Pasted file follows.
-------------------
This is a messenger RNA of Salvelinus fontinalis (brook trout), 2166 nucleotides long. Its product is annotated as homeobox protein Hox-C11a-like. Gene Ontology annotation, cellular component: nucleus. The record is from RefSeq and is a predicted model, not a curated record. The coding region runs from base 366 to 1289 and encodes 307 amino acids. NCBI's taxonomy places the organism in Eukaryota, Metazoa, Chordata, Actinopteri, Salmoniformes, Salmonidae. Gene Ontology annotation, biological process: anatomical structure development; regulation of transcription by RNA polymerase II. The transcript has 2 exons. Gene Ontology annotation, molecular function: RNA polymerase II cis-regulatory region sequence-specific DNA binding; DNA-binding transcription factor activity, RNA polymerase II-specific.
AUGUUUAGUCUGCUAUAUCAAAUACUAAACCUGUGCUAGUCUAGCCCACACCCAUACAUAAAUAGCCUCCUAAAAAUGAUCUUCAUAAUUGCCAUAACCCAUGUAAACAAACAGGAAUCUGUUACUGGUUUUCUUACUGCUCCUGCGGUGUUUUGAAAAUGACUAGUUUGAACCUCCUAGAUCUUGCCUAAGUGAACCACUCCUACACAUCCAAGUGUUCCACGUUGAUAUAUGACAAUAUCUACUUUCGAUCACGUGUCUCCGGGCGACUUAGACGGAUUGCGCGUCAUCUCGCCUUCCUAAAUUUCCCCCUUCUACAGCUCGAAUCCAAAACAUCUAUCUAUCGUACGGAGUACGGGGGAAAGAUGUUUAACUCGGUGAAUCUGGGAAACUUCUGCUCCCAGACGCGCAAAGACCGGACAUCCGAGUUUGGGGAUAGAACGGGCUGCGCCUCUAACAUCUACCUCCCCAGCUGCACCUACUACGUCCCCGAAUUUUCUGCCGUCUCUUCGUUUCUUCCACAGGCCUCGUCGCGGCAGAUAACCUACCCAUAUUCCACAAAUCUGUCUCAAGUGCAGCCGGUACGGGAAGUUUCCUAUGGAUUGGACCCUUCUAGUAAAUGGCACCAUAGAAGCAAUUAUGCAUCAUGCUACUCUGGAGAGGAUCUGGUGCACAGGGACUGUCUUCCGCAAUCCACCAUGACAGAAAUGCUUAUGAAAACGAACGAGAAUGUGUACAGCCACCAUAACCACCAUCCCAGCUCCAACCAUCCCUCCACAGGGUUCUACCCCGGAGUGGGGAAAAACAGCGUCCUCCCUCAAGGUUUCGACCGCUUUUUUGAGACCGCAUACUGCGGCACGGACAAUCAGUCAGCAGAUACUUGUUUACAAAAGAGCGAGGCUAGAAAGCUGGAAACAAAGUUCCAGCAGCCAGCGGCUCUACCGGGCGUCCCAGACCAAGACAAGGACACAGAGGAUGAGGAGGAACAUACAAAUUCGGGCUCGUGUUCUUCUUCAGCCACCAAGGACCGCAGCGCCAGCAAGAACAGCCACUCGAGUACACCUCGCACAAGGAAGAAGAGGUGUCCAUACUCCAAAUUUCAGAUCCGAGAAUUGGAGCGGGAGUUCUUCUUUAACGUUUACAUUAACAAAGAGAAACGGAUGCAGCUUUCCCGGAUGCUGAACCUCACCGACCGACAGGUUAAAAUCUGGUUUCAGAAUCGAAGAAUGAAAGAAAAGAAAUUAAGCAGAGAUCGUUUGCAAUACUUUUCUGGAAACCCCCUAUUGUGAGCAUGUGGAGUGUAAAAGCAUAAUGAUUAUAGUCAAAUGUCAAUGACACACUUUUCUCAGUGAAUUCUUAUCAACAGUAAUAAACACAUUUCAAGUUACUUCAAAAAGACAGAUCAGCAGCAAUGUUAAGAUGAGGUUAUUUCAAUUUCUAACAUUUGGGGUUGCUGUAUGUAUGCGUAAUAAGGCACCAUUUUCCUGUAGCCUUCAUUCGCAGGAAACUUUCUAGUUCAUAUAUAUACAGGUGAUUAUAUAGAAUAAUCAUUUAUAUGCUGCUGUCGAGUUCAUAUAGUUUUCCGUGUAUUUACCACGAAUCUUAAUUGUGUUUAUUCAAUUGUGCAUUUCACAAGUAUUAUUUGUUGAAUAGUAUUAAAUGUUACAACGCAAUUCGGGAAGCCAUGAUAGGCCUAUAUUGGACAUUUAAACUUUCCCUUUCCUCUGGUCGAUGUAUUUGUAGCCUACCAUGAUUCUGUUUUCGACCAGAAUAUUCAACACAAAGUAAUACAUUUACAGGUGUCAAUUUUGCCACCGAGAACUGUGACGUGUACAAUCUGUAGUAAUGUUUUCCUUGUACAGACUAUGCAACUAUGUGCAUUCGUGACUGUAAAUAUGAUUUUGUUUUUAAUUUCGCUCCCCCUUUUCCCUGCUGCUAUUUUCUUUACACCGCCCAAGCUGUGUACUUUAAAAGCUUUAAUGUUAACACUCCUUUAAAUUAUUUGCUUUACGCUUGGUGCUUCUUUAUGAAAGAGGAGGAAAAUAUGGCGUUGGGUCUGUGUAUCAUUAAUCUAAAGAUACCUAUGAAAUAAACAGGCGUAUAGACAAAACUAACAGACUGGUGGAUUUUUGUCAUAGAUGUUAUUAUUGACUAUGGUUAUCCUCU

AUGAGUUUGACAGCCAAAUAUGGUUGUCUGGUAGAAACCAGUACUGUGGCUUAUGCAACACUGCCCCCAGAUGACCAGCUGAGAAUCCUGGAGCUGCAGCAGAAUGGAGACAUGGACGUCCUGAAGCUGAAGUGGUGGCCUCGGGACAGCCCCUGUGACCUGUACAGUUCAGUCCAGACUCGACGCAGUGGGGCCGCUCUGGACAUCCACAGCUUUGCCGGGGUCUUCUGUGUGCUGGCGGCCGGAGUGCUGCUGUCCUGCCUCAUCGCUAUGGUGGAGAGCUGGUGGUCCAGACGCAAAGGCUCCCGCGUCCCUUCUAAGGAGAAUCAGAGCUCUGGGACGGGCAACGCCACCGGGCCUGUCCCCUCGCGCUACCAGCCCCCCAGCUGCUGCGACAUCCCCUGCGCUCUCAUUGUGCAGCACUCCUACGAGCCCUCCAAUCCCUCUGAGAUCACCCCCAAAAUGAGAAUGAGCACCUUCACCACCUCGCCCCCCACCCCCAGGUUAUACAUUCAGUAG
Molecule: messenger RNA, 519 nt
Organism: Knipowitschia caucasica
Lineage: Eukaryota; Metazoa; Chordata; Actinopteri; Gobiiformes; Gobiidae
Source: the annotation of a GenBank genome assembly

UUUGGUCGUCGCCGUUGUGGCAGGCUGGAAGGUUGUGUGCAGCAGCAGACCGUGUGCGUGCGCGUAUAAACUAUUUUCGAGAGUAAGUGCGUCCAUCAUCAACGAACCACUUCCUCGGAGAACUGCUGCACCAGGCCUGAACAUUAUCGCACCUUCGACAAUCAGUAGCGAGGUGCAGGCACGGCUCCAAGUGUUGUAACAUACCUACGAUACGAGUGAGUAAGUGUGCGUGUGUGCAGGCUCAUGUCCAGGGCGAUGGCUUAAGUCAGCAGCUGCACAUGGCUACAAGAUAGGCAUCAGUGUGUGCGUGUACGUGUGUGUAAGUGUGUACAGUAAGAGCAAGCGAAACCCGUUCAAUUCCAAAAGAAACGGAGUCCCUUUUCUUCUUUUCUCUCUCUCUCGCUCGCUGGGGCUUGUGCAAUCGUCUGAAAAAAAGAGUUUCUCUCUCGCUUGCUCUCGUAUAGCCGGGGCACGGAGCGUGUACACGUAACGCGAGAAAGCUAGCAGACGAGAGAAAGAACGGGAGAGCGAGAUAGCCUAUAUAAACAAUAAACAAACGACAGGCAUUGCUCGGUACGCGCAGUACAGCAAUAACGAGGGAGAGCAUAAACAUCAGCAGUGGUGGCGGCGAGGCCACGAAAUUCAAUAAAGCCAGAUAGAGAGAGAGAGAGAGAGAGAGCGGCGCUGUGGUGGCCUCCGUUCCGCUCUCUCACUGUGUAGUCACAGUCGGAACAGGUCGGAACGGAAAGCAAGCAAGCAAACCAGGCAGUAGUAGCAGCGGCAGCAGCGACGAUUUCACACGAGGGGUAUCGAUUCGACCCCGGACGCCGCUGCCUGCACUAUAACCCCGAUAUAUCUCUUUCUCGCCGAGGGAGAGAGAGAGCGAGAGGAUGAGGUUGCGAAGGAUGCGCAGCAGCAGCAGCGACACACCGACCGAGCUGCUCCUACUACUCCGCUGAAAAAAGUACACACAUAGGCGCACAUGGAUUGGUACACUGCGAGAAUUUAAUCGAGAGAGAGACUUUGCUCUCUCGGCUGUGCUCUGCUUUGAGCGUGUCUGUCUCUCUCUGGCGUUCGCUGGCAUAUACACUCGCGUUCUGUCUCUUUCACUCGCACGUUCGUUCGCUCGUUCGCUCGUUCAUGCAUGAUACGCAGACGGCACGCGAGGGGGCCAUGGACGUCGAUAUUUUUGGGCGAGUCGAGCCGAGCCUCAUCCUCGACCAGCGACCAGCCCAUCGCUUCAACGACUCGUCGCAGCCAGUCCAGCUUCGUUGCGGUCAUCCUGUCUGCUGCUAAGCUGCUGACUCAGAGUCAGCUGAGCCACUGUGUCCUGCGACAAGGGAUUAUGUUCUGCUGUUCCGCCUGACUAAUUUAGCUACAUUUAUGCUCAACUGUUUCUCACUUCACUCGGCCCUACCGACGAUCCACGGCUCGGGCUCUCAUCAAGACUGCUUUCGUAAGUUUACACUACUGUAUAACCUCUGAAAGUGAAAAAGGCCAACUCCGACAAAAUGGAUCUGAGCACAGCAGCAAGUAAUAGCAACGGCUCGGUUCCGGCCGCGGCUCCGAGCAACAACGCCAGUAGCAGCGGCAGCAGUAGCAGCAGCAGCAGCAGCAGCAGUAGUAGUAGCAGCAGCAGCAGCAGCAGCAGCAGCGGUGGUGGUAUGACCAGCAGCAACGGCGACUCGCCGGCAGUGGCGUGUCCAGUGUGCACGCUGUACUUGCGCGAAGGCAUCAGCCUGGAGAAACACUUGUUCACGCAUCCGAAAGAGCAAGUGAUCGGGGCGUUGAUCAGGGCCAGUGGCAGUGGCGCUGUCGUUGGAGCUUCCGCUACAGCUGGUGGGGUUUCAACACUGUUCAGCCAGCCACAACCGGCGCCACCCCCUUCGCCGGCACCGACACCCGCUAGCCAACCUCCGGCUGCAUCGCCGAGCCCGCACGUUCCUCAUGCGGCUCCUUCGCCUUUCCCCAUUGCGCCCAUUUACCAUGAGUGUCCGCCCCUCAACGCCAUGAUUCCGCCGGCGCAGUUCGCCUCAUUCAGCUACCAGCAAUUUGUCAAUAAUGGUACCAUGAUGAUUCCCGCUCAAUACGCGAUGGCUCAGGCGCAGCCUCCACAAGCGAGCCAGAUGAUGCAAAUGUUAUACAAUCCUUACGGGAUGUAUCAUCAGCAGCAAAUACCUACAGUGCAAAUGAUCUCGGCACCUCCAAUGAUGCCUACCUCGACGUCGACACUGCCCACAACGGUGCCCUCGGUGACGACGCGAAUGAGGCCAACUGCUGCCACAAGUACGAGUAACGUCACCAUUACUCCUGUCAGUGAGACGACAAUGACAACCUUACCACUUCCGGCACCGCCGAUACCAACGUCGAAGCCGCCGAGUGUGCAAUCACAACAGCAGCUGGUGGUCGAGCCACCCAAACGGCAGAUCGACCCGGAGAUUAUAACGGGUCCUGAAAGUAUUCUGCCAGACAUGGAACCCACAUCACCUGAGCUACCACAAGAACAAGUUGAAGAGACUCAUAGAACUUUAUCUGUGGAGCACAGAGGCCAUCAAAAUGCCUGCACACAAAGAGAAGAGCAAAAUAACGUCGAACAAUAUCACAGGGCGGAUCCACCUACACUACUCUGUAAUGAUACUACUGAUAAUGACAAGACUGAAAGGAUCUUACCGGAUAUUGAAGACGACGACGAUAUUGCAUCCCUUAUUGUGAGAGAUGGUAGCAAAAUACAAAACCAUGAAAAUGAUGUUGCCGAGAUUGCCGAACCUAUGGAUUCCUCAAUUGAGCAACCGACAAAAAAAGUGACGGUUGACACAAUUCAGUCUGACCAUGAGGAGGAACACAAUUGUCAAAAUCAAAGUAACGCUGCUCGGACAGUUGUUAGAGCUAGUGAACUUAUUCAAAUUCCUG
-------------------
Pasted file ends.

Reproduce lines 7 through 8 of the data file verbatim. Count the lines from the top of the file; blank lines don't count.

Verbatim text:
Source: the annotation of a GenBank genome assembly

UUUGGUCGUCGCCGUUGUGGCAGGCUGGAAGGUUGUGUGCAGCAGCAGACCGUGUGCGUGCGCGUAUAAACUAUUUUCGAGAGUAAGUGCGUCCAUCAUCAACGAACCACUUCCUCGGAGAACUGCUGCACCAGGCCUGAACAUUAUCGCACCUUCGACAAUCAGUAGCGAGGUGCAGGCACGGCUCCAAGUGUUGUAACAUACCUACGAUACGAGUGAGUAAGUGUGCGUGUGUGCAGGCUCAUGUCCAGGGCGAUGGCUUAAGUCAGCAGCUGCACAUGGCUACAAGAUAGGCAUCAGUGUGUGCGUGUACGUGUGUGUAAGUGUGUACAGUAAGAGCAAGCGAAACCCGUUCAAUUCCAAAAGAAACGGAGUCCCUUUUCUUCUUUUCUCUCUCUCUCGCUCGCUGGGGCUUGUGCAAUCGUCUGAAAAAAAGAGUUUCUCUCUCGCUUGCUCUCGUAUAGCCGGGGCACGGAGCGUGUACACGUAACGCGAGAAAGCUAGCAGACGAGAGAAAGAACGGGAGAGCGAGAUAGCCUAUAUAAACAAUAAACAAACGACAGGCAUUGCUCGGUACGCGCAGUACAGCAAUAACGAGGGAGAGCAUAAACAUCAGCAGUGGUGGCGGCGAGGCCACGAAAUUCAAUAAAGCCAGAUAGAGAGAGAGAGAGAGAGAGAGCGGCGCUGUGGUGGCCUCCGUUCCGCUCUCUCACUGUGUAGUCACAGUCGGAACAGGUCGGAACGGAAAGCAAGCAAGCAAACCAGGCAGUAGUAGCAGCGGCAGCAGCGACGAUUUCACACGAGGGGUAUCGAUUCGACCCCGGACGCCGCUGCCUGCACUAUAACCCCGAUAUAUCUCUUUCUCGCCGAGGGAGAGAGAGAGCGAGAGGAUGAGGUUGCGAAGGAUGCGCAGCAGCAGCAGCGACACACCGACCGAGCUGCUCCUACUACUCCGCUGAAAAAAGUACACACAUAGGCGCACAUGGAUUGGUACACUGCGAGAAUUUAAUCGAGAGAGAGACUUUGCUCUCUCGGCUGUGCUCUGCUUUGAGCGUGUCUGUCUCUCUCUGGCGUUCGCUGGCAUAUACACUCGCGUUCUGUCUCUUUCACUCGCACGUUCGUUCGCUCGUUCGCUCGUUCAUGCAUGAUACGCAGACGGCACGCGAGGGGGCCAUGGACGUCGAUAUUUUUGGGCGAGUCGAGCCGAGCCUCAUCCUCGACCAGCGACCAGCCCAUCGCUUCAACGACUCGUCGCAGCCAGUCCAGCUUCGUUGCGGUCAUCCUGUCUGCUGCUAAGCUGCUGACUCAGAGUCAGCUGAGCCACUGUGUCCUGCGACAAGGGAUUAUGUUCUGCUGUUCCGCCUGACUAAUUUAGCUACAUUUAUGCUCAACUGUUUCUCACUUCACUCGGCCCUACCGACGAUCCACGGCUCGGGCUCUCAUCAAGACUGCUUUCGUAAGUUUACACUACUGUAUAACCUCUGAAAGUGAAAAAGGCCAACUCCGACAAAAUGGAUCUGAGCACAGCAGCAAGUAAUAGCAACGGCUCGGUUCCGGCCGCGGCUCCGAGCAACAACGCCAGUAGCAGCGGCAGCAGUAGCAGCAGCAGCAGCAGCAGCAGUAGUAGUAGCAGCAGCAGCAGCAGCAGCAGCAGCGGUGGUGGUAUGACCAGCAGCAACGGCGACUCGCCGGCAGUGGCGUGUCCAGUGUGCACGCUGUACUUGCGCGAAGGCAUCAGCCUGGAGAAACACUUGUUCACGCAUCCGAAAGAGCAAGUGAUCGGGGCGUUGAUCAGGGCCAGUGGCAGUGGCGCUGUCGUUGGAGCUUCCGCUACAGCUGGUGGGGUUUCAACACUGUUCAGCCAGCCACAACCGGCGCCACCCCCUUCGCCGGCACCGACACCCGCUAGCCAACCUCCGGCUGCAUCGCCGAGCCCGCACGUUCCUCAUGCGGCUCCUUCGCCUUUCCCCAUUGCGCCCAUUUACCAUGAGUGUCCGCCCCUCAACGCCAUGAUUCCGCCGGCGCAGUUCGCCUCAUUCAGCUACCAGCAAUUUGUCAAUAAUGGUACCAUGAUGAUUCCCGCUCAAUACGCGAUGGCUCAGGCGCAGCCUCCACAAGCGAGCCAGAUGAUGCAAAUGUUAUACAAUCCUUACGGGAUGUAUCAUCAGCAGCAAAUACCUACAGUGCAAAUGAUCUCGGCACCUCCAAUGAUGCCUACCUCGACGUCGACACUGCCCACAACGGUGCCCUCGGUGACGACGCGAAUGAGGCCAACUGCUGCCACAAGUACGAGUAACGUCACCAUUACUCCUGUCAGUGAGACGACAAUGACAACCUUACCACUUCCGGCACCGCCGAUACCAACGUCGAAGCCGCCGAGUGUGCAAUCACAACAGCAGCUGGUGGUCGAGCCACCCAAACGGCAGAUCGACCCGGAGAUUAUAACGGGUCCUGAAAGUAUUCUGCCAGACAUGGAACCCACAUCACCUGAGCUACCACAAGAACAAGUUGAAGAGACUCAUAGAACUUUAUCUGUGGAGCACAGAGGCCAUCAAAAUGCCUGCACACAAAGAGAAGAGCAAAAUAACGUCGAACAAUAUCACAGGGCGGAUCCACCUACACUACUCUGUAAUGAUACUACUGAUAAUGACAAGACUGAAAGGAUCUUACCGGAUAUUGAAGACGACGACGAUAUUGCAUCCCUUAUUGUGAGAGAUGGUAGCAAAAUACAAAACCAUGAAAAUGAUGUUGCCGAGAUUGCCGAACCUAUGGAUUCCUCAAUUGAGCAACCGACAAAAAAAGUGACGGUUGACACAAUUCAGUCUGACCAUGAGGAGGAACACAAUUGUCAAAAUCAAAGUAACGCUGCUCGGACAGUUGUUAGAGCUAGUGAACUUAUUCAAAUUCCUG